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This story has been updated.
Five years ago, Darryl LaGacé arrived at the San Diego Unified School District with a mission.
The new head of IT at the county’s largest school district wanted to overhaul information technology operations, and immediately began a process of revamping San Diego Unified’s aging computer and web networks.
Part of this effort was bringing in a company called Lightspeed Systems.
According to several high-ranking sources at the district, LaGacé was adamant from his first days in San Diego that Lightspeed should become the provider for core elements of the district’s IT needs, including its web-filtering system, which keeps nasty stuff like viruses off the district’s computers.
Over the next four years, LaGacé campaigned aggressively for expanding the district’s relationship with Lightspeed. The company was awarded hundreds of thousands of dollars’ worth of no-bid contracts for web filtering and a new social network for teachers and students. The relationship led to a no-bid $375,000 contract, awarded to Lightspeed last April.
Five months after that contract was approved, LaGacé left the district.
He took a job at Lightspeed Systems, where he’s now the company’s vice president of global business development.
LaGacé isn’t the only San Diego Unified official to leave an influential post at the district only to go and work for a company that won contracts under his tenure.
During his five-year stretch at the district, former Chief of Staff Bernie Rhinerson, who left the district earlier this year, was a self-professed cheerleader for Schoolwires, a Pennsylvania-based K-12 technology company that redesigned the district’s website. Since his retirement this summer, Rhinerson has worked as a paid consultant for Schoolwires, appearing in promotional videos for the company.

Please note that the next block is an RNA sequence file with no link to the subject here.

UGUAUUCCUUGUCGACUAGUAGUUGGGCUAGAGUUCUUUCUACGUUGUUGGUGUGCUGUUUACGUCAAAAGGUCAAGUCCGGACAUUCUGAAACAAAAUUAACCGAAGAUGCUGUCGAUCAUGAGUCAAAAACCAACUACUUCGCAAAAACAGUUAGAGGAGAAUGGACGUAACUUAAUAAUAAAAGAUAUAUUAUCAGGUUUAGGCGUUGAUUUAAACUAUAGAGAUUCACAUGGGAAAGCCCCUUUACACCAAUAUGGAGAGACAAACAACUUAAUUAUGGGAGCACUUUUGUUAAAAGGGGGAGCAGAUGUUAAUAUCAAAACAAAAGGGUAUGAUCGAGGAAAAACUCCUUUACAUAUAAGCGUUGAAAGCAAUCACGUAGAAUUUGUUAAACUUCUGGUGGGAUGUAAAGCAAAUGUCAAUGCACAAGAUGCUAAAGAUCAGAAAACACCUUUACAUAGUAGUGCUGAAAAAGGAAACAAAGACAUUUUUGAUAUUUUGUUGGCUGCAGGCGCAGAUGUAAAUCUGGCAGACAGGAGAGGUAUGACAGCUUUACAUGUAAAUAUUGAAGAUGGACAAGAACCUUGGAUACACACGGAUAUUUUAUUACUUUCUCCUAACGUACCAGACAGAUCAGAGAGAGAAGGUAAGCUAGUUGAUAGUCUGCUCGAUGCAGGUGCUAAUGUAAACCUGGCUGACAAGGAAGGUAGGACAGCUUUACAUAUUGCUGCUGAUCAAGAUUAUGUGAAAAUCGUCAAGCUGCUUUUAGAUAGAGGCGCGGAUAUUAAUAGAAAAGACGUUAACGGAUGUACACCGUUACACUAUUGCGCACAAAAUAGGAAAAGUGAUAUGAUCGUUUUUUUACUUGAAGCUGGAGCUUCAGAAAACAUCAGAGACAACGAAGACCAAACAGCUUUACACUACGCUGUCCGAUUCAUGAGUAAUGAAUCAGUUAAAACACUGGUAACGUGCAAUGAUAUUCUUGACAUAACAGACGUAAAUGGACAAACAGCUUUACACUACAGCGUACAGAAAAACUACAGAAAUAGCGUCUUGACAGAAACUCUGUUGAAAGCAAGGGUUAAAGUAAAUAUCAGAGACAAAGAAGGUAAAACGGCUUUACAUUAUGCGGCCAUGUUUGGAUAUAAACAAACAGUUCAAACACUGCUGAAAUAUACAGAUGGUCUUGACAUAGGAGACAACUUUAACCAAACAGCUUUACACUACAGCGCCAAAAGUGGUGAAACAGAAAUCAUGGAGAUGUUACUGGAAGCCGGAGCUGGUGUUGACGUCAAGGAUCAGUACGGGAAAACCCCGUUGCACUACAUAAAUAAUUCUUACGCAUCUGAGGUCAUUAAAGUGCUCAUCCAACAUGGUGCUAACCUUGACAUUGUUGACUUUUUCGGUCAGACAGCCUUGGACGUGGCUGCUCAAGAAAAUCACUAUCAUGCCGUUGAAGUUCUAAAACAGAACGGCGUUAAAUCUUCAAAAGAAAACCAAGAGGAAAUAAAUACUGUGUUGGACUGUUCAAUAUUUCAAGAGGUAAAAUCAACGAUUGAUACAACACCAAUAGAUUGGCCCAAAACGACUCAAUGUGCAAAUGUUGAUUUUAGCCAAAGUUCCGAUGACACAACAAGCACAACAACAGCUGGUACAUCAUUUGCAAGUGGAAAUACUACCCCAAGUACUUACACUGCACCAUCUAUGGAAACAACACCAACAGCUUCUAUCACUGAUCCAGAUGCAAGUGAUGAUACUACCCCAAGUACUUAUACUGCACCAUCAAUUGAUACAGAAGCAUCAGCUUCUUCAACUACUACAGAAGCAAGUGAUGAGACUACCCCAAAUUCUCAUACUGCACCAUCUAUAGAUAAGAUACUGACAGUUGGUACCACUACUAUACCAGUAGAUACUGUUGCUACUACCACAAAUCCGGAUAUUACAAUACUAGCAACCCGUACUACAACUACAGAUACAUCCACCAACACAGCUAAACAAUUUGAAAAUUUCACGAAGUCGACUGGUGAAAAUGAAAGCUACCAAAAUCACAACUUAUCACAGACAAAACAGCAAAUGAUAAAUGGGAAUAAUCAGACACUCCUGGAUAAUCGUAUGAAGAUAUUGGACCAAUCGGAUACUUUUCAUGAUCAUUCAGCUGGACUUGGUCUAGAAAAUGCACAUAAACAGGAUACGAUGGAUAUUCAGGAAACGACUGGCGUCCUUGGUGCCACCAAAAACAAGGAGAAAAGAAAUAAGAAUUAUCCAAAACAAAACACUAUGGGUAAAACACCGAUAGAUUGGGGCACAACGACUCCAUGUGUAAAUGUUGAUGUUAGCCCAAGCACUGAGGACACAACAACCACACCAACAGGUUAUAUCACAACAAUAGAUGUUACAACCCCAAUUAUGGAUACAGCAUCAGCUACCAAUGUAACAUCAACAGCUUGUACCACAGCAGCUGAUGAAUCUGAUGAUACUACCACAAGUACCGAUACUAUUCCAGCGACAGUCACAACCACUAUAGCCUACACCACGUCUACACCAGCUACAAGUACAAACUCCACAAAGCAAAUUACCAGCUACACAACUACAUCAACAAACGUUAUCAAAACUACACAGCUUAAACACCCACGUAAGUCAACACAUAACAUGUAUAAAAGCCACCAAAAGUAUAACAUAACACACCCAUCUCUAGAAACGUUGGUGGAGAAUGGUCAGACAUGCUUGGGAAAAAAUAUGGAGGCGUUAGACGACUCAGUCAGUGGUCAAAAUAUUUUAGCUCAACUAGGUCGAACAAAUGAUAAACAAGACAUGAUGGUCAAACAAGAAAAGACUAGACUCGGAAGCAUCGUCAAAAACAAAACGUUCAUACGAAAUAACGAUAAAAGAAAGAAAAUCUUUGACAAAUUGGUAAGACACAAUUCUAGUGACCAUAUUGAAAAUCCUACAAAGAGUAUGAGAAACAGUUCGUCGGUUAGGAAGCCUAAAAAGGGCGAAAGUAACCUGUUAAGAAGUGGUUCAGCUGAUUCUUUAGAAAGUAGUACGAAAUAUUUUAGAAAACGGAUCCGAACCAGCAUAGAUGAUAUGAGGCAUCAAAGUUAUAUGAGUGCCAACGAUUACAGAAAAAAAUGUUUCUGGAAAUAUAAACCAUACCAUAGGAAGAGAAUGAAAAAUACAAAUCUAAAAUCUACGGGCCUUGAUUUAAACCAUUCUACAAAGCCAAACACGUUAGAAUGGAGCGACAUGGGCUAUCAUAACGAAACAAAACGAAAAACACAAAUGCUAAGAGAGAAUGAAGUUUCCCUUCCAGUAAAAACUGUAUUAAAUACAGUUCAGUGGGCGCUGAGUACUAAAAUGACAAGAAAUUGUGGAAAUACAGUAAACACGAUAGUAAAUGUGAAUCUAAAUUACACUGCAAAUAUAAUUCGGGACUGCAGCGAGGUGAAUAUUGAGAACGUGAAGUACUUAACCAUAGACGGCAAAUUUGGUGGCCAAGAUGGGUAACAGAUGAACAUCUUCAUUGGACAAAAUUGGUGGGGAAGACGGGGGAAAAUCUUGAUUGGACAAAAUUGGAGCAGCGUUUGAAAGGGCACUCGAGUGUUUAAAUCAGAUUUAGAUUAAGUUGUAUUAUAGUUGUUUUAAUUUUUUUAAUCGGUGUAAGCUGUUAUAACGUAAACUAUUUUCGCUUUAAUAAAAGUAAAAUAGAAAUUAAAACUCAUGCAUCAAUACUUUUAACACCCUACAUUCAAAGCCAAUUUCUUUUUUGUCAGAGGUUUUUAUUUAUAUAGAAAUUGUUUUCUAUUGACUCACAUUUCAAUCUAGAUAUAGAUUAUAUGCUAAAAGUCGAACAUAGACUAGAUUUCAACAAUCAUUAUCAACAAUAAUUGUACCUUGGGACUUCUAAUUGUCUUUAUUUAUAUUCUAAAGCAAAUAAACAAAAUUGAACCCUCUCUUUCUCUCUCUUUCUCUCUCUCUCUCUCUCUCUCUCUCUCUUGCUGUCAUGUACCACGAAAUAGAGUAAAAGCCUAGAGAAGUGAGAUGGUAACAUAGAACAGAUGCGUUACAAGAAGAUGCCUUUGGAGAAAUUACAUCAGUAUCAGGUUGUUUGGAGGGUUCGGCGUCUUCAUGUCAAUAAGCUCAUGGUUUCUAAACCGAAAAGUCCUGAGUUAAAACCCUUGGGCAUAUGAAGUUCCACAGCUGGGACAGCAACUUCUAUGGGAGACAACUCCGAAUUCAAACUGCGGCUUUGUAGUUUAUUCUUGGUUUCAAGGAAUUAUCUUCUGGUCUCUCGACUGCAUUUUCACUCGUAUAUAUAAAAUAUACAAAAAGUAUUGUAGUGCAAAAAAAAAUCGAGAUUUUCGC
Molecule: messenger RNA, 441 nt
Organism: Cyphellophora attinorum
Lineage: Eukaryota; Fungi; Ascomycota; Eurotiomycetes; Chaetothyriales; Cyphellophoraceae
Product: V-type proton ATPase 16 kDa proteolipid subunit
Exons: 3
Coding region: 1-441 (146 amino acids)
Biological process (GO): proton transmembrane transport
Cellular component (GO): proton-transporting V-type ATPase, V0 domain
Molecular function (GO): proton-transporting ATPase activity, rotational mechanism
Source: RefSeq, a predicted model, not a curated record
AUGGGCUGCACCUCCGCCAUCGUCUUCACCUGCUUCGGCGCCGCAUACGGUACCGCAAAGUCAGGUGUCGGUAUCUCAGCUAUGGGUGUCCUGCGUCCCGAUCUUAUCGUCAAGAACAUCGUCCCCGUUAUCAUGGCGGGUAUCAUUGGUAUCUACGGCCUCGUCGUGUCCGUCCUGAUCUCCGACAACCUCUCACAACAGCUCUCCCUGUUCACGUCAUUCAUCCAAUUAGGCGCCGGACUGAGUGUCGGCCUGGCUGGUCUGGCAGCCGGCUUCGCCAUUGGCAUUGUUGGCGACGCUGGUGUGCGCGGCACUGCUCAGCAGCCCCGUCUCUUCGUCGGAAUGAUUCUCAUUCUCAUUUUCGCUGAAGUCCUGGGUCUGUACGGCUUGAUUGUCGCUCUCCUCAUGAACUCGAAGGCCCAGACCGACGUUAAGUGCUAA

The latitude given to managers like LaGacé to spend public money on companies they go on to work for has sparked new questions at San Diego Unified about how it awards its contracts.
A special task force set up in 2012 to analyze ethical district contracting in the wake of a scandal at Sweetwater School District concluded that employees shouldn’t be allowed to go straight to work for companies they have previously worked with at the district. And two school board members said the district’s policies should be looked at anew in the light of LaGacé’s record.
“A director being able to push through sole-source contracts and then immediately work for a company raises serious policy and procedure questions,” said school board member Scott Barnett. “It should be analyzed and possibly changed.”
Neither LaGacé nor officials at Lightspeed responded to numerous requests to be interviewed for this story. Rhinerson did not comment on LeGacé’s employment with Lightspeed, but said it makes sense that public officials will occasionally go to work for firms they’ve been impressed with during their tenure.
“(Schoolwires) provided an excellent product. It was a major improvement that I was very proud of” Rhinerson said.
‘A Revolving Door’
On the same evening in 2012 that the school board approved Lightspeed’s $375,000 contract, the board quietly passed another item.
At the urging of trustee Richard Barrera, the board ordered then-Superintendent Bill Kowba to set up a special task force to “ensure ethical safeguards in the district’s contracting process.”
The move was prompted by events in nearby Sweetwater, where close relationships between that school board, staff and contractors was receiving scrutiny from local prosecutors.
The task force should look at “preventing staff from any relationships with contractors or potential contractors that could lead to an actual or perceived conflict of interest,” according to the agenda for the meeting.
In May of this year, months after LaGacé had already left to go and work for Lightspeed, the task force produced a memo for the board.
In order to maintain the public’s trust, the memo states, district officials should “observe cooling periods.”
It also says: “Allowing for some time to pass before a former official works on matters related to their prior agency … helps to mitigate concerns about the appearance of a ‘revolving door’ where public offices are sometimes seen to be used for personal or private gain.”
Current and former district officials expressed discomfort that LaGacé went on to work for a company he had worked so hard to integrate into the district’s IT operations.